You have to admit, we’re pretty lucky to live here in the Bay Area with both the mountains and the beaches just a short drive away. The winter can be a great time of year to take your kid crew out on a family hike as the trails are less crowded and the views are just as beautiful. We gathered up a bunch of our favorite sunny hikes to keep you warm and even a few stroller-friendly hikes that are great in the winter. Don’t miss the hike that just may give you a glimpse of a migrating whale!

photo: Kate Loweth

San Francisco

Lands End Trail
We love Lands End any time of year but it's particularly beautiful (and less crowded) in the winter months. Park in the lots by the visitor's center and then head out on the trail or drop down to explore the Sutro Baths first. The majority of the Lands End Trail is stroller friendly although there are a few offshoots to spots like the labyrinth that are not. Length: 3.4 mile loop 

Crissy Field and the Palace of Fine Arts Trail
The Presidio is a great spot to visit in the winter and we are especially eager to check out the brand new marshland, the Quartermaster Reach Marsh. This loop trail will take you right nearby and also along Crissy Field with views of the Golden Gate Bridge. Length: 3.9 mile loop

East Bay

Mary Bowerman Trail—Mount Diablo
For a view like no other, head over to Mount Diablo, just a short drive from Concord. Head up the mountain to the tippy top to check out the visitors center and learn all about the area's Native American history. The word on the street is that if you visit Mount Diablo the day after a winter rain storm you'll be able to see for hundreds of miles. Typical days offer a still-remarkable bird's-eye view above the clouds. Length: 0.8 mile

Ridge Top Loop Trail—Mount Diablo
This is another fun option that's a little longer. Great views of Walnut Creek and Concord from the top. Length: 2.8 miles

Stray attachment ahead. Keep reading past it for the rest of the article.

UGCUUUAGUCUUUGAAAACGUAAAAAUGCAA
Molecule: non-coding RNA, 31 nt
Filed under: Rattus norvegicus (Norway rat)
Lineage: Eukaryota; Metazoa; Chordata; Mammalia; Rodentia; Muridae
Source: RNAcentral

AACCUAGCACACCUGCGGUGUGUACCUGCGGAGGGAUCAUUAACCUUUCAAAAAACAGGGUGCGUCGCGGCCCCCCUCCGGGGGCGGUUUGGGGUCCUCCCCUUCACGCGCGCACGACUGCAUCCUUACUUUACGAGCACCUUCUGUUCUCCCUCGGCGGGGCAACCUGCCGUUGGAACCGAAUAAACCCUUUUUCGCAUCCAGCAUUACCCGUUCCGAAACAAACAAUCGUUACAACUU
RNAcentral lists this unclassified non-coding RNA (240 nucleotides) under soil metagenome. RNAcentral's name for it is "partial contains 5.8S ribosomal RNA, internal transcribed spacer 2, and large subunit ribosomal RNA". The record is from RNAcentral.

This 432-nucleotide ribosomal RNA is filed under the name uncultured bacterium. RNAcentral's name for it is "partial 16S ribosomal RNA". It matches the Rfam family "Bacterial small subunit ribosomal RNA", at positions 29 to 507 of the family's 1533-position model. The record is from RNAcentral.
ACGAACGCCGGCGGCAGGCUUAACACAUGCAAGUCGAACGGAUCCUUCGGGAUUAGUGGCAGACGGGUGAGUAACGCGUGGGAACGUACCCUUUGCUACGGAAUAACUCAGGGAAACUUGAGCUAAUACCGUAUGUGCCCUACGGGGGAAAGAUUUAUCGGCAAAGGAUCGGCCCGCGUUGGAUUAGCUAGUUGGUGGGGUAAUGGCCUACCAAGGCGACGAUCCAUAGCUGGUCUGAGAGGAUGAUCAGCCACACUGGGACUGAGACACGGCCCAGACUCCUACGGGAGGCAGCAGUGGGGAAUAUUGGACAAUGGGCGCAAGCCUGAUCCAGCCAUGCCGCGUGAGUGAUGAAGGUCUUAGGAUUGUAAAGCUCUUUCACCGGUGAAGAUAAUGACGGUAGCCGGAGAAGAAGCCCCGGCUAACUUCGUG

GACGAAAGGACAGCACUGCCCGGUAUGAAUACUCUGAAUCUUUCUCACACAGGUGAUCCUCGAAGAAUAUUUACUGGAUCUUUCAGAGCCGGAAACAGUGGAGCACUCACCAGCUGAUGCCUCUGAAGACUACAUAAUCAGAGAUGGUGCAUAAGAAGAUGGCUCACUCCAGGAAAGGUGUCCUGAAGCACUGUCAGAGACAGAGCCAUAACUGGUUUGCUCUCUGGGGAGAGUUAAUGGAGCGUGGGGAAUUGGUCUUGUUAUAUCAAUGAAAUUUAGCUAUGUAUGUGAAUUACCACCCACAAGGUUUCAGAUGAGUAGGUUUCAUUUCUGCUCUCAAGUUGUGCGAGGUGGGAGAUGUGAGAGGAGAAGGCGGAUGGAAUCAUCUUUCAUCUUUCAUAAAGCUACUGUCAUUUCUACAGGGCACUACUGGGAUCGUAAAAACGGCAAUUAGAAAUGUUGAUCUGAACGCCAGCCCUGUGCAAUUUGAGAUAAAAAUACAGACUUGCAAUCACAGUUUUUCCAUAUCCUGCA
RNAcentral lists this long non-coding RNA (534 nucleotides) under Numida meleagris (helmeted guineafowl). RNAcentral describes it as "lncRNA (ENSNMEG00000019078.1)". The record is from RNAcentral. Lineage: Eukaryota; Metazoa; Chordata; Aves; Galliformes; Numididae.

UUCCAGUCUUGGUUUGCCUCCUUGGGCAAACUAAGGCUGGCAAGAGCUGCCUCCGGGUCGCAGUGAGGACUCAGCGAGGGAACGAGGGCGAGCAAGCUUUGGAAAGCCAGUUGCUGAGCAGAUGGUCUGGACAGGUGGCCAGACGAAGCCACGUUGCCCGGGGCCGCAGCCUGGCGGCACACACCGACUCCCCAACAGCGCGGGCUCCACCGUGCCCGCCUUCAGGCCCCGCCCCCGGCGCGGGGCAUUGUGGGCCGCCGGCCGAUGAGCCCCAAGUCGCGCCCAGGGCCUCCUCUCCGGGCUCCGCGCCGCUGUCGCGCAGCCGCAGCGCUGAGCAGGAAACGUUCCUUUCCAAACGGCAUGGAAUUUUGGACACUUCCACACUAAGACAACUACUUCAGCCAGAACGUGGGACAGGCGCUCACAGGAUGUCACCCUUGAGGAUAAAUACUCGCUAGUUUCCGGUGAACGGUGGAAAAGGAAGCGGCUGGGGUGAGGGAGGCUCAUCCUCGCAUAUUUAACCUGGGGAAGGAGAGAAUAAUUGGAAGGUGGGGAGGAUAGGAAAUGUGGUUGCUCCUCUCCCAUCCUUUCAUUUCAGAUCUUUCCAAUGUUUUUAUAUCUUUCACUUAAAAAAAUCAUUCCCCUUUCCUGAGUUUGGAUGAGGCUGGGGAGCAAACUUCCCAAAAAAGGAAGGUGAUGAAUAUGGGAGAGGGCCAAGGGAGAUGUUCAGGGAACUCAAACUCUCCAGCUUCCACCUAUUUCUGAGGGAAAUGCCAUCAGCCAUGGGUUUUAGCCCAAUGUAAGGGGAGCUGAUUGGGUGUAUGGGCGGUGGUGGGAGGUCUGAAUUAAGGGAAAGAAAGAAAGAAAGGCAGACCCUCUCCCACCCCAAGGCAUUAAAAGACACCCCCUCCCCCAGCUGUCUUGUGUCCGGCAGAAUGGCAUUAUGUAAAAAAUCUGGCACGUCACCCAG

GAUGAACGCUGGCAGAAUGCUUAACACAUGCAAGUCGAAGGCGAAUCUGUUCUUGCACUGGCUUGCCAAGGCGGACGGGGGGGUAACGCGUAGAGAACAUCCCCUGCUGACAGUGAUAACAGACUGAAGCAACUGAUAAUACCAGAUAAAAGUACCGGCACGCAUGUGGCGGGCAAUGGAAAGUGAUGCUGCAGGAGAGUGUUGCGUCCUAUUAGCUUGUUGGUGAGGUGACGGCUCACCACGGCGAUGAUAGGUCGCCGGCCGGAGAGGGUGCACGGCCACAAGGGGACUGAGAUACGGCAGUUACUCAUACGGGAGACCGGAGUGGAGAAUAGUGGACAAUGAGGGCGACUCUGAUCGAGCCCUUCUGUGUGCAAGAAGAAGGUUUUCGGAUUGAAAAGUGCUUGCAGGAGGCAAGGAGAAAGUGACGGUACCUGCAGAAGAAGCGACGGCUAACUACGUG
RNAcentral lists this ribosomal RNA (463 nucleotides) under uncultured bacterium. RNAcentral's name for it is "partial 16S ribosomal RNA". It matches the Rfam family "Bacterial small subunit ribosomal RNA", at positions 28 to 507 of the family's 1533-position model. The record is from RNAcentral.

Redwood Regional Park—Oakland
The ladybugs arrive every fall at Redwood Regional Park and it's a great hike for the kids Follow map to Skyline Gate Staging Area parking lot. Take the Stream Trail about 1.5 miles just past Prince Trail junction and you’ll see a sign on the right. Ladybugs are all there, usually through February. Length: 3.0 miles

photo: Kate Loweth

Penisula/South Bay

Mori Point Loop Trail—Pacifica
We love this spot in the winter when you can look for migrating gray whale offshore. Bonus: most of the trails here are doable with stroller. Some are inclined and bumpy but worth the awesome ocean views. Keep your eyes open for blooming wild flowers, San Francisco Garter snakes and California red-legged frogs, both threatened native wildlife that thrive in the area. Accessible trail off of Old Mori Rd. has restrooms nearby. Dress in layers as it gets pretty windy. Length: 2.5 miles

Stanford Dish—Palo Alto
This gorgeous hike takes you up into the rolling hills near the famed satellite dish that you can see from 280. Park at Junipero Serra Blvd. and Stanford Ave. and you can catch the paved trail from here. The trail makes a loop and is fully exposed and at times can be really steep. Best time to visit is on the weekdays as the trail can get busy with hikers on the weekends. Use the bathroom before you go and carry your water as there are no facilities on site. Length: 3.7 miles

Fremont Older—Saratoga
This hundreds-of-acres large preserve includes miles of wide, pleasant trails. Enter the park gate at Prospect Road for a view of Silicon Valley, or take the Seven Springs Loop to enjoy the oak groves and search for lizards in the meadow. This trail can be hilly and is popular with bicyclists.

Marin

Batteries Loop Trail—Marin Headlands
We love this 1-mile loop trail as it shows you some history of the area. There are several Civil War-era batteries on this short loop that are fun to explore. If you wish, you can walk down the stairs to Rodeo Beach on the water's edge below to add on to your hike. Length: 1 mile

Tomales Bay Trail—Tomales
We love this option for a winter hike as you start off at a parking lot with plenty of spaces. If you make it all the way to end, you'll be in the marshy part of Tomales Bay Ecological reserve, a cool place to visit any time of year. Kids will love seeing the cows grazing nearby. Length: 2.5 miles

—Kate Loweth

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